5. Keep a Low-Sugar Diet

We try to prevent dental decay among your children. Sugar, in its simplest form, sucrose, is essential to prevent decay. You should not allow your child to consume processed or refined sugars such as candy, ice creams, prepackaged snacks and drinks, gummy bears, cola, sports drinks, dried fruits, honey, orange juice, fruit drinks, milk, raisins, cakes, sugary cereals and even some bread. Moderation is the key to success in this effort, even though it may be difficult. Enzymes in our saliva break down the sugars to form sucrose. The sugar will be absorbed by bacteria that are in balance in the mouth (specifically Streptococcus mutans). Dental plaque is the name of this mush. Acid is produced by the reaction between the bacteria and sugar. This acid starts to wear away the enamel on the outside of your teeth. Dental decay is the result of this process, which leads to cavities. If the cavities aren’t treated quickly, they can lead to serious infections, leading to extensive dental work, such as root canal therapy or extractions.

In moderation, xylitol (a sugar alcohol that is found in sugarless chewing gum) can be used as an alternative to sugar. Lactose, or sugar, is found in milk. The teeth of babies can be damaged by prolonged contact with bottles containing milk, juice or other sugary liquids. Even pacifiers that were dipped into sugar during naptime have caused caries. If you use a bottle to pacify your child, we strongly recommend that it be filled with water. Remove the bottle from your baby’s mouth as soon as he falls asleep if you are going to put him to bed with milk. This will prevent his upper teeth from being soaked in lactose. We are happier when your child is using a cup instead of a bottle. The magic key to a healthy mouth for your child is cleaning the mouth with wipes. Gently brushing the teeth, flossing them if they are in contact, with fluoride and reducing sugar intake.

Kid on a Dental Check-up
Kid on a Dental Check-up

6. Healthy Foods to Maintain Healthy Teeth

Maintaining your child’s dental health is important. Some of the best options are:

  • Water (lots and lots of water throughout the day)
  • High Fiber Vegetables
  • Nuts/seeds
  • Fruits rich in Vitamin C (apples, pears and oranges are the best),
  • Bananas (they contain Vitamin C, B6, potassium, magnesium and fibre. I like them for their “peel”).
  • Sugarless gum with xylitol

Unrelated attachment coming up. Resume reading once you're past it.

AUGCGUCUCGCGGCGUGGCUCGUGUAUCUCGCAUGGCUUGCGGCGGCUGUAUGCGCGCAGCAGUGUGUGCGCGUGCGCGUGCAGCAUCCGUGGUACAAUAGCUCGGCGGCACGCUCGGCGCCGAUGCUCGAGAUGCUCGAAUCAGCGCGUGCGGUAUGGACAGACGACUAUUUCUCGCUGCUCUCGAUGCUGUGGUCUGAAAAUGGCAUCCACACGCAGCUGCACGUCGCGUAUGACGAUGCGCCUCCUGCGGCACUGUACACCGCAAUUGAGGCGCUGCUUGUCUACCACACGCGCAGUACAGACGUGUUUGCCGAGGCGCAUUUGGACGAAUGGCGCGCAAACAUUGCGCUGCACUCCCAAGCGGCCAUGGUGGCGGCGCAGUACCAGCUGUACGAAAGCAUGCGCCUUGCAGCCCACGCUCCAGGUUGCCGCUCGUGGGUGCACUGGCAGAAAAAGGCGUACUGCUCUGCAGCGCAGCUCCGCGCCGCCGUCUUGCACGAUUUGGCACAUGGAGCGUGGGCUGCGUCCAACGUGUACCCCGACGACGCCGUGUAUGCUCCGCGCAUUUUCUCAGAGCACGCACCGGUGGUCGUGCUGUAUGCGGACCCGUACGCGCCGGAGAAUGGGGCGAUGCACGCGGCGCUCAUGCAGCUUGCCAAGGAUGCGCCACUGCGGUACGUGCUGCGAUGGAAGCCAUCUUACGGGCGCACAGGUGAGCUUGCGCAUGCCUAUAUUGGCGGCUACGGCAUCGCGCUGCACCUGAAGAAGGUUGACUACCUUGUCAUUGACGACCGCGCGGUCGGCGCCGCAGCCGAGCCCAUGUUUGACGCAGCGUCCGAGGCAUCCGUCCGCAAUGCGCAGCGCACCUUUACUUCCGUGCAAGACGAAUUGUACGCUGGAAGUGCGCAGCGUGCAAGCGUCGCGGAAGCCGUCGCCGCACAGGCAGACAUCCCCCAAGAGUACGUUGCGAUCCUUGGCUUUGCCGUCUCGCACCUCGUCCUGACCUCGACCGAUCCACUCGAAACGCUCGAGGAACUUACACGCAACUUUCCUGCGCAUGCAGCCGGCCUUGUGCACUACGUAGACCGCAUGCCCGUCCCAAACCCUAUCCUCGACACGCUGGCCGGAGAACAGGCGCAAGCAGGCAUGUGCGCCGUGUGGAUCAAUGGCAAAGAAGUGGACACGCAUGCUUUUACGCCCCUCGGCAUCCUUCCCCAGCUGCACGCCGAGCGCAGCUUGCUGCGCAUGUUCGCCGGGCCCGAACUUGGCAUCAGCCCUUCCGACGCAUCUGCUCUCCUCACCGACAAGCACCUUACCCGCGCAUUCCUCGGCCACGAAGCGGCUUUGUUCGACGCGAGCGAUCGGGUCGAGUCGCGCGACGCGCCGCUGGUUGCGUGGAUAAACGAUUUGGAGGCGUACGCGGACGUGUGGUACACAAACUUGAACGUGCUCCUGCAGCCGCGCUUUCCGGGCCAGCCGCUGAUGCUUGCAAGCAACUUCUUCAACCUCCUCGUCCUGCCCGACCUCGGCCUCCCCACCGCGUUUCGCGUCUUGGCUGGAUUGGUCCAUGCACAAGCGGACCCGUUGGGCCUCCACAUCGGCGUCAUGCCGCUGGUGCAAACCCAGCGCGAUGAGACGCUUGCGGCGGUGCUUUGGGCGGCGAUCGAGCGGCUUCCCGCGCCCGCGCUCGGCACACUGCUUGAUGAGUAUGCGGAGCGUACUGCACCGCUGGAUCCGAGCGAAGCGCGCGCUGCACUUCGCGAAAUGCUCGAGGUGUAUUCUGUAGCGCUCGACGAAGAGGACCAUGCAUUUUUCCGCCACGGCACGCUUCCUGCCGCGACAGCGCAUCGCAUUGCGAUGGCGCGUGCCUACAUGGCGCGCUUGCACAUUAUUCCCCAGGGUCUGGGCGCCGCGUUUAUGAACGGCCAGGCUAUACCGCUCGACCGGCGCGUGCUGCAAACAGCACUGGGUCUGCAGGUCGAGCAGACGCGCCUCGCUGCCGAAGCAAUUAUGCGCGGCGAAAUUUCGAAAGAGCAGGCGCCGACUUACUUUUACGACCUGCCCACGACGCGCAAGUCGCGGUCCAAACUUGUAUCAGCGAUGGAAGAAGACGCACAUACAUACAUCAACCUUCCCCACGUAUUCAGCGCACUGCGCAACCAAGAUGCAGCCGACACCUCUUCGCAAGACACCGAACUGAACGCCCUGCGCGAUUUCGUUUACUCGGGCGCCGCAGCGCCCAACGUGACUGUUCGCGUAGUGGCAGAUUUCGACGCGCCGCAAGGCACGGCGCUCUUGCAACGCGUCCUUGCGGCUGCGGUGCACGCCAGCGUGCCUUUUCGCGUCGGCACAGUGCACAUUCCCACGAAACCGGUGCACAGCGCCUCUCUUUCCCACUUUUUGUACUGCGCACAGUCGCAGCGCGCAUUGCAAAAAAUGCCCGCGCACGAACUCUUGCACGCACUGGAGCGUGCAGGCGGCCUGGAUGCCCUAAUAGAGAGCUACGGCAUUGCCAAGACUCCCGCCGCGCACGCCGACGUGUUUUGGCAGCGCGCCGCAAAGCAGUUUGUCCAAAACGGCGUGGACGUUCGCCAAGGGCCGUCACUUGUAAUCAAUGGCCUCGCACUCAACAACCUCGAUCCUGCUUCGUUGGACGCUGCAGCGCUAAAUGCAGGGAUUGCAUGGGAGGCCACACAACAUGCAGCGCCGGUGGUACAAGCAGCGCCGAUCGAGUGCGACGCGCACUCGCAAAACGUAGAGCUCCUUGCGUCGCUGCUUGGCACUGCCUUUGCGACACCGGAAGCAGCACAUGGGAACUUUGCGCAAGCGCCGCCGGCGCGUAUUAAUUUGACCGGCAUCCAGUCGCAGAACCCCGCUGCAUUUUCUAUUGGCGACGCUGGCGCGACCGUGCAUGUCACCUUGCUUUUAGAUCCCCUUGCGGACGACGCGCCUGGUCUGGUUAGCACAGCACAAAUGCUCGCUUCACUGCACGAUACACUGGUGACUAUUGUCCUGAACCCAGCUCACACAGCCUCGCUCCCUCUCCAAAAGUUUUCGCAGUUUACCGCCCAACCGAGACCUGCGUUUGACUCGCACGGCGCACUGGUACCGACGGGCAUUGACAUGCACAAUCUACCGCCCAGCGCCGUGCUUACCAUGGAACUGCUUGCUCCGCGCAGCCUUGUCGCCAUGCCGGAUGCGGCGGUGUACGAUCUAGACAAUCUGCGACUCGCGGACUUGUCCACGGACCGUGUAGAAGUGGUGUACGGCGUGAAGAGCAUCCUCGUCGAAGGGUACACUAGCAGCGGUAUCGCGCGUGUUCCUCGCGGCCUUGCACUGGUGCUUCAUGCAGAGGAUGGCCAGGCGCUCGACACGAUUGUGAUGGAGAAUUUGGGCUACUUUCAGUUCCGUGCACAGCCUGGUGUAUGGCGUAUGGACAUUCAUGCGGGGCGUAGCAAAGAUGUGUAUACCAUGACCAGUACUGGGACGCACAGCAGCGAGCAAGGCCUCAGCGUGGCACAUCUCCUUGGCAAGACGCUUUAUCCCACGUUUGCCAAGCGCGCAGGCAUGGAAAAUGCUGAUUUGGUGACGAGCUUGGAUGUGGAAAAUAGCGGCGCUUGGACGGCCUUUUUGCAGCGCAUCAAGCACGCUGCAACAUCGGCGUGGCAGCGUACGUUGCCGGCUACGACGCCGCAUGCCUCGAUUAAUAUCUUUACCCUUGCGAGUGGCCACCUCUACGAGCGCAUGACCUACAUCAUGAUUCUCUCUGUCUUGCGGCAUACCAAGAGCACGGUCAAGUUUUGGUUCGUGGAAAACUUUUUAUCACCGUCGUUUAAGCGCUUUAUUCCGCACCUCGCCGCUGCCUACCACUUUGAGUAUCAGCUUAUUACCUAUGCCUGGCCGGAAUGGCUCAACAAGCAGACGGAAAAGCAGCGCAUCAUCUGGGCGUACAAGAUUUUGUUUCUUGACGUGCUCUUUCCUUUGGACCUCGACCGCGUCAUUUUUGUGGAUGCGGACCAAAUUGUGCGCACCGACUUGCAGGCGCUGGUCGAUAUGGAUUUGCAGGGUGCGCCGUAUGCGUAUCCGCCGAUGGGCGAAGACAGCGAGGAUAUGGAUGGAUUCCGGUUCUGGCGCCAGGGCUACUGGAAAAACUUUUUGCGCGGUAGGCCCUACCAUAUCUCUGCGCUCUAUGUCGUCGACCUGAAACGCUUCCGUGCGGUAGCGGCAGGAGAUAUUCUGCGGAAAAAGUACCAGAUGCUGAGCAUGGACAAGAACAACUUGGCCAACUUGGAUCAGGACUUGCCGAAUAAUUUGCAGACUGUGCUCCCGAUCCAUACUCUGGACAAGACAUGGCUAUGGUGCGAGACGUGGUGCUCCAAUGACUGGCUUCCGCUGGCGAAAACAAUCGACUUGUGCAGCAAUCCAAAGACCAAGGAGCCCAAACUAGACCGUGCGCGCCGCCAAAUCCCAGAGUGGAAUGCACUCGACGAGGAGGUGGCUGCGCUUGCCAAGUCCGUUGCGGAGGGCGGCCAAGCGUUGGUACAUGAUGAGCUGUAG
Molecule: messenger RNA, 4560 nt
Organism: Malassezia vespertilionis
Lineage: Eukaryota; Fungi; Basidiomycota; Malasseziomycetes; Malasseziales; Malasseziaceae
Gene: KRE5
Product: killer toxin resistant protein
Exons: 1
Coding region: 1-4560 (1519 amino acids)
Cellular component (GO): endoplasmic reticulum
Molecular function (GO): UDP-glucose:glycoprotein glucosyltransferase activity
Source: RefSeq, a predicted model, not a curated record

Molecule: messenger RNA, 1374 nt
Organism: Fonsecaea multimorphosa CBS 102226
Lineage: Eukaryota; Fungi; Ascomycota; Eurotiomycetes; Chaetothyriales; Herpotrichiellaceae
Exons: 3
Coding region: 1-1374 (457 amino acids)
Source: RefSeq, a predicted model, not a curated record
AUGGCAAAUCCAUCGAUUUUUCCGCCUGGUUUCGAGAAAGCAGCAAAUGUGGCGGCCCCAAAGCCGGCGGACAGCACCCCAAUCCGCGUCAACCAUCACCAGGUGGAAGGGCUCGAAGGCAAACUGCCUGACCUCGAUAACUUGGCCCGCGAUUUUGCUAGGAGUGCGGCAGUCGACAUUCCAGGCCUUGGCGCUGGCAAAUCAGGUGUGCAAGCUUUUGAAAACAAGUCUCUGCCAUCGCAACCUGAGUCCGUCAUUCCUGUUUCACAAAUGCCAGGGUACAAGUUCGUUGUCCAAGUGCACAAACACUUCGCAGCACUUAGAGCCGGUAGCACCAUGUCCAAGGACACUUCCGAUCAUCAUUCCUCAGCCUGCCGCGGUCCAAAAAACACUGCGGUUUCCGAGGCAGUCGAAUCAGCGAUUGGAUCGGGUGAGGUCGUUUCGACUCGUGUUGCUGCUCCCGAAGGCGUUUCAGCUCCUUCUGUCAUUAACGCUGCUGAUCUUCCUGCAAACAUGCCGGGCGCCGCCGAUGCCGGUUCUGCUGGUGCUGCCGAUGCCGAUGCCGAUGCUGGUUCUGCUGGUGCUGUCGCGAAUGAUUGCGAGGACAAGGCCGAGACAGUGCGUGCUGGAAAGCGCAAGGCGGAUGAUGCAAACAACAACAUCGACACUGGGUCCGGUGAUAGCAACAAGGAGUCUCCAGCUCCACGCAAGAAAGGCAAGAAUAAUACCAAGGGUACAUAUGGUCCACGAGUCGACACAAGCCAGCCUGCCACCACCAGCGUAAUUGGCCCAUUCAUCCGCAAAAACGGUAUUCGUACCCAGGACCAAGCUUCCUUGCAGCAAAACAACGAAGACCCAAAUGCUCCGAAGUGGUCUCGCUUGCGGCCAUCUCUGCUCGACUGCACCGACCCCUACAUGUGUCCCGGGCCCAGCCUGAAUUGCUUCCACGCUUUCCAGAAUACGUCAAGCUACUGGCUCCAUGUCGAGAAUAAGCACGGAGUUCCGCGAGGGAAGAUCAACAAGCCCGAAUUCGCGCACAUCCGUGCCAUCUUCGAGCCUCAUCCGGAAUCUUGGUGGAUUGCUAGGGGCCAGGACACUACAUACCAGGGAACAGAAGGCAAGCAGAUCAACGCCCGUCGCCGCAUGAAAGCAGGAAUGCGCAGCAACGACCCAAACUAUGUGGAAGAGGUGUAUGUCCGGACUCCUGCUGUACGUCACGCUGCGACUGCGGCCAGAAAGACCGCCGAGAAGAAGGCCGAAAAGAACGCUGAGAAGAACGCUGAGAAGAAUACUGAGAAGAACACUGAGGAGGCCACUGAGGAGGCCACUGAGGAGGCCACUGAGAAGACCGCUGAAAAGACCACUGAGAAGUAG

• Dairy Products
  • Protein (fish, poultry, lean meats).

7. Sealants

Sealants can prevent cavities on the posterior molars by 80% for two years, and 50% for four years. Sealants are thin plastic coverings that can be painted onto the fissures and cracks of the permanent teeth between the ages of 5-14. When a curing lamp is used, it hardens within seconds. It is an inexpensive and painless procedure we find to be very valuable.

8. Regular Checkups

At age 1, we want to see your child six months after your first lower baby tooth has erupted. We want your child to get used to going to the dentist in the most comfortable conditions so that they can form a bond with the dentist and enjoy their visits. You should schedule the visits when your child is most cheerful and alert. Talking to your child or reading them books can also help make the first-time visit fun. We usually want children to visit us twice a year. The children will be given a thorough oral exam, a gentle cleaning and polishing of their teeth and, as they age, fluoride will be applied. This treatment ensures that even the smallest of pathologies is caught in their earliest stages.

Interceptive Orthodontics is an example. Early intervention can improve future outcomes through the correction of malocclusion or a poor bite and by guiding teeth eruption. This is done using a fixed or removable device. All cavities will be treated. It is important to treat cavities in baby teeth so that permanent teeth below will not be damaged. We will also reinforce preventative measures that can help to stop the formation of cavities. You can also bring up any concerns, such as excessive thumb-sucking or teething issues.